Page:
Townsend got in touch with Ellis about the album. Ellis, having heard of Holiday’s work throughout the 1930s and 1940s, was excited for the project, saying “I couldn’t believe it…I didn’t know she was aware of me.” Townsend arranged a meeting for both Holiday and Ellis to sign a contract with Columbia. Columbia provided an unlimited budget for the album. The musicians in the orchestra were paid $60 for the three sessions and Holiday was paid $150 per side in advance. Townsend went on to set up the recording dates for late February 1958.


When Holiday signed her contract for Columbia, the label looked at it as new beginning, for this was her return to the label after sixteen years. During Holiday’s time with Norman Granz’s label, she revisited old material she had previously recorded and songs that were well known in her repertoire, such as “My Man”, “Lover, Come Back to Me”, “I Cover the Waterfront”, “Them There Eyes”, “I Only Have Eyes for You” and others. Columbia wanted Holiday to do an album of songs she had never recorded before,[5] so the song material for Lady in Satin derived from the usual sources for Holiday in her three decade career, that of the Great American Songbook of classic pop. Also, unlike the bulk of Holiday’s recordings with Norman Granz and her early years at Columbia in the 1930s and early 1940s, rather than in the setting of a jazz combo Holiday returns to the backdrop of full orchestral arrangements as done during her Decca years eight years earlier. She wanted the album to be in the same contemporary vein of Frank Sinatra or Ella Fitzgerald on her Songbooks series.

Ray Ellis made his arrangements of the songs to match Holiday’s voice. By the mid- to late 1950s, Holiday’s voice changed drastically due to years of alcohol and drug abuse, BillieHoliday05altering its texture and gave it a fragile, raspy sound. Despite her voice’s setback, she never lost the edge that had always made it so distinctive and was able to still use her style of phrasing that made her a popular jazz singer. Ray Ellis said of Holiday’s voice:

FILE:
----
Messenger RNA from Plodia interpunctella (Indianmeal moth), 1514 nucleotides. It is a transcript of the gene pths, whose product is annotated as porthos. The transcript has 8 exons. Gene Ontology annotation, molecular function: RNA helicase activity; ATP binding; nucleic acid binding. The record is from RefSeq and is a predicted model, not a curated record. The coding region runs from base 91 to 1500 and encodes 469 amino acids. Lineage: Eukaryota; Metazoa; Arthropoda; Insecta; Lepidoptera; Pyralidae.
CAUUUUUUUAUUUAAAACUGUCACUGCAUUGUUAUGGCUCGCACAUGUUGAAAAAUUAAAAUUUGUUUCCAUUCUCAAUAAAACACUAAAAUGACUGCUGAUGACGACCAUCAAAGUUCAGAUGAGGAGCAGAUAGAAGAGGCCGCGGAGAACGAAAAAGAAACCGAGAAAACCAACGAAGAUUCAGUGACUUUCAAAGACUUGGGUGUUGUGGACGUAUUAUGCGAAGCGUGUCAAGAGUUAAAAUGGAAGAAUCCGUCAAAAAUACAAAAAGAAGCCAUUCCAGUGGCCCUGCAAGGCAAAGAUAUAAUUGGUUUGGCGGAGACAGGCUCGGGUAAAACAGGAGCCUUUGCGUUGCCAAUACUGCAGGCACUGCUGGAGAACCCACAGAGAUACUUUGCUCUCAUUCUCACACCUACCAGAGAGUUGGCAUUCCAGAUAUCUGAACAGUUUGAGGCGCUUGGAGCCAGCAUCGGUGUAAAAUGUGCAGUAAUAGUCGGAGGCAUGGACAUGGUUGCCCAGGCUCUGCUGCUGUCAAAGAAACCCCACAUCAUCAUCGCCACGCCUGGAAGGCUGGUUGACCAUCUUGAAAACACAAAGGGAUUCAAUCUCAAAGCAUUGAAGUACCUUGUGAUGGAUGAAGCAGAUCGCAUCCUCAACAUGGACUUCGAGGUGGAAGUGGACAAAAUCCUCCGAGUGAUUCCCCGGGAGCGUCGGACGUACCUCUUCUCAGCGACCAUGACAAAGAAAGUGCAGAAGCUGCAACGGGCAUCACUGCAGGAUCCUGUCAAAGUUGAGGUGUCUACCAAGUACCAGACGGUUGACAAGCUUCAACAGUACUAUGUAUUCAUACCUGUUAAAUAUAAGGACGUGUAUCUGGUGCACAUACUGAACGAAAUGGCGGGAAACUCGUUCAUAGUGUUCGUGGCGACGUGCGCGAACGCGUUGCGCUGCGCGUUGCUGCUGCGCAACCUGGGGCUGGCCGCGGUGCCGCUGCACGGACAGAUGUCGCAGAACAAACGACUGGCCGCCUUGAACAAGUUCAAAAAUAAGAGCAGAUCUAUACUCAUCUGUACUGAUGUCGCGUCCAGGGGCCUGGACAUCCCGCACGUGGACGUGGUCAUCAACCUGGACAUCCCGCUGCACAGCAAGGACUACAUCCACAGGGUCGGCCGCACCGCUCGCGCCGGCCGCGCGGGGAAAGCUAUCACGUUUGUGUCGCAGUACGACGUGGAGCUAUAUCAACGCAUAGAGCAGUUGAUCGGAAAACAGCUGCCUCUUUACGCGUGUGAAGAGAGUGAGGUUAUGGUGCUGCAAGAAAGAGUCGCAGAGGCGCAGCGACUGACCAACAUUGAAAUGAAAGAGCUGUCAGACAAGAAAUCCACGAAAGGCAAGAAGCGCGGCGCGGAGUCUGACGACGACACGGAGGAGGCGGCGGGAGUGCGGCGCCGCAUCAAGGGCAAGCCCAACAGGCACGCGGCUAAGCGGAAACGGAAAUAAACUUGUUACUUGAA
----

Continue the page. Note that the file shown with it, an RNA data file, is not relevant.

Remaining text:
“ I heard her voice [and] I dug it. I was in love with that voice and I was picturing a very evil, sensuous, sultry, very evil…probably one of the most evil voices I’ve heard in my life…Evil is earthy to me. When you say someone is evil, it means very, very bad. I don’t mean bad. ”

Ellis used a forty-piece orchestra, complete with horns, strings, reeds and even a three-piece choir. It would turn out to be Holiday’s most expensive music production. Soloists on the album included Mel Davis, Urbie Green, and bebop trombone pioneer J. J. Johnson.

Reaction to the album has been mixed. Holiday’s voice had lost much of its upper range in her 40s, although she still retained her rhythmic phrasing. The Penguin Guide to Jazz gave the album a three-star rating out of a possible four stars, but expressed a basic reservation about the album, describing it as “a voyeuristic look at a beaten woman.” The Rolling Stone Jazz Record Guide said “Lady in Satin presents the Lady overdressed. It’s an album from the late Fifties, when much of Billie’s punch was gone.”

However, trumpeter Buck Clayton preferred the work of the later Holiday to that of the younger woman that he had often worked with in the 1930s. Ray Ellis said of the album in 1997:

I would say that the most emotional moment was her listening to the playback of “I’m a Fool to Want You”. There were tears in her eyes…After we finished the album I went into the control room and listened to all the takes. I must admit I was unhappy with her performance, but I was just listening musically instead of emotionally. It wasn’t until I heard the final mix a few weeks later that I realized how great her performance really was.” (by wikipedia)


This was Billie Holiday’s penultimate album, recorded when her body was telling her enough was enough. During the sessions with arranger Ray Ellis she was drinking vodka neat, as if it were tap water. Despite her ravaged voice (the sweetness had long gone), she was still an incredible singer. The feeling and tension she manages to put into almost every track set this album as one of her finest achievements. “You’ve Changed” and “I Get Along Without You Very Well” are high art performances from the singer who saw life from the bottom up. (by Rovi Staff)